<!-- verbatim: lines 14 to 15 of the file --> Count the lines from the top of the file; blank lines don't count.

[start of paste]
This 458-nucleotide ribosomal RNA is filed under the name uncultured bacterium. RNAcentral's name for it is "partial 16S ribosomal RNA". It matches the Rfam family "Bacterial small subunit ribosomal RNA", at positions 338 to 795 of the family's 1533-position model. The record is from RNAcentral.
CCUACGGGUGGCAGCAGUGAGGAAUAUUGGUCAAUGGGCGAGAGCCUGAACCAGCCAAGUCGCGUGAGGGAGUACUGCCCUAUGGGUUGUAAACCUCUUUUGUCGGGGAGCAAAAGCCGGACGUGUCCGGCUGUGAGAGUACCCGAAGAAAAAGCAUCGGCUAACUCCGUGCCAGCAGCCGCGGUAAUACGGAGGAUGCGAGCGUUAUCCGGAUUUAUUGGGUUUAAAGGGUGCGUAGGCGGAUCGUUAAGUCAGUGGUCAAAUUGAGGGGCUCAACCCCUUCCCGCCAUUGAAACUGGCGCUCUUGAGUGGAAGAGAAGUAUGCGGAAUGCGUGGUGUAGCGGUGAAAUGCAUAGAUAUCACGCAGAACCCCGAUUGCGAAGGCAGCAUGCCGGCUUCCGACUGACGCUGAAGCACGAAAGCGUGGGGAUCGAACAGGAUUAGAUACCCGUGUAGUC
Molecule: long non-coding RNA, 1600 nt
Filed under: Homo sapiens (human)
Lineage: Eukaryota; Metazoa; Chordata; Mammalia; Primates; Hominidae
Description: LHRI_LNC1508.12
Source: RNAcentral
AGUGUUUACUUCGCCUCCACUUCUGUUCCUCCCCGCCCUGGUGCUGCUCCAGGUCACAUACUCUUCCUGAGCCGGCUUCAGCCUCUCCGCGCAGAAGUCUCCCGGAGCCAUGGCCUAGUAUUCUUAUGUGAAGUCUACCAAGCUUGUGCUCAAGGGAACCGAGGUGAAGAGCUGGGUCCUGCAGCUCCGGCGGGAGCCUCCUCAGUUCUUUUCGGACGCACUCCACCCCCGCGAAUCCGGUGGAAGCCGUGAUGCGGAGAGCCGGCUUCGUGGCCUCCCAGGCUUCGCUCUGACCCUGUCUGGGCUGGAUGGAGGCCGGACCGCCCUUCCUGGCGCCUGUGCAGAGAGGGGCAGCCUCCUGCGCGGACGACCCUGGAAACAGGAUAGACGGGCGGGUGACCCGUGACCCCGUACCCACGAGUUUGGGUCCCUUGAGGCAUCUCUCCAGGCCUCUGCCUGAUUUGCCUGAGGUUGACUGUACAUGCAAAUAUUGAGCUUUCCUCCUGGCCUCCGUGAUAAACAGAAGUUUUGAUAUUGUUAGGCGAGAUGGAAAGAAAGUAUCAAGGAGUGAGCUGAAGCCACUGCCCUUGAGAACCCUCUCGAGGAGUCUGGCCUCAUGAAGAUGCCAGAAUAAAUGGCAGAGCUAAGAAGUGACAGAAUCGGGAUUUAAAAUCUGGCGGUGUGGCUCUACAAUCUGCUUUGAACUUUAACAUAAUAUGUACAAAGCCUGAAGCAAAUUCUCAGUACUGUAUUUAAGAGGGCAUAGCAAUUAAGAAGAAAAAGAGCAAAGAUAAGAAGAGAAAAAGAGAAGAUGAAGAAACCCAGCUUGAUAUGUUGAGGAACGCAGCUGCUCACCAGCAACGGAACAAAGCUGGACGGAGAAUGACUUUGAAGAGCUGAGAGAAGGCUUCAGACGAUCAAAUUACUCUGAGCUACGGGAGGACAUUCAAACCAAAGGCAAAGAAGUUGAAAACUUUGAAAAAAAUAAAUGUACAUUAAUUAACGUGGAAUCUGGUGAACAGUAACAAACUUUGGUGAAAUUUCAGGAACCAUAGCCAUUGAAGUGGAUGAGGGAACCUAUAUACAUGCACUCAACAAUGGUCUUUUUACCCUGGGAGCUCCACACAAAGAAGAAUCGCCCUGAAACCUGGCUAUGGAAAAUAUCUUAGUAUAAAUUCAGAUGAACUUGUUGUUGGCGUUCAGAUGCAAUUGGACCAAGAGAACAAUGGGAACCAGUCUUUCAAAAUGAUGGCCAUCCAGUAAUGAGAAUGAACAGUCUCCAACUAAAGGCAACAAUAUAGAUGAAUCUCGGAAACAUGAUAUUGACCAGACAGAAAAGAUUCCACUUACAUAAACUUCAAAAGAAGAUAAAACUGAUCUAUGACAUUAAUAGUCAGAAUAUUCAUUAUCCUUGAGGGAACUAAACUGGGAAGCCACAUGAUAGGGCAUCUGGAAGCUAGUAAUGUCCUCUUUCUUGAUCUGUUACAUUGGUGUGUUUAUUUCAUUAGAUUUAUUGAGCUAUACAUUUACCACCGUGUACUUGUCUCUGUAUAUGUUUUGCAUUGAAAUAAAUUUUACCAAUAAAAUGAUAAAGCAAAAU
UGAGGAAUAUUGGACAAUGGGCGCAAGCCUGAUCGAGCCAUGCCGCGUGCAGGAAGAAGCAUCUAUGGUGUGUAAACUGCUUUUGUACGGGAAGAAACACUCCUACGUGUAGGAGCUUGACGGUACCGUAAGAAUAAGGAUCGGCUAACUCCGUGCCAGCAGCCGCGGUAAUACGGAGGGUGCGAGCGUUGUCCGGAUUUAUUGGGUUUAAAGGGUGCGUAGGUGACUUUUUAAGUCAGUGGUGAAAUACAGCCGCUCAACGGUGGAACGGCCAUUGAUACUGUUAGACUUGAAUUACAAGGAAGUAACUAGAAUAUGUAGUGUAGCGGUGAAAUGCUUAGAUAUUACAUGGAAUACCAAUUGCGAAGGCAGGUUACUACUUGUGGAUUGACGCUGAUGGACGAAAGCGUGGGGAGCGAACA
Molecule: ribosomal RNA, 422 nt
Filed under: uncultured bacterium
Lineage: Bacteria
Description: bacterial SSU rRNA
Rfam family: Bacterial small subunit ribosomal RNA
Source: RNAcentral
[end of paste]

Rfam family: Bacterial small subunit ribosomal RNA
Source: RNAcentral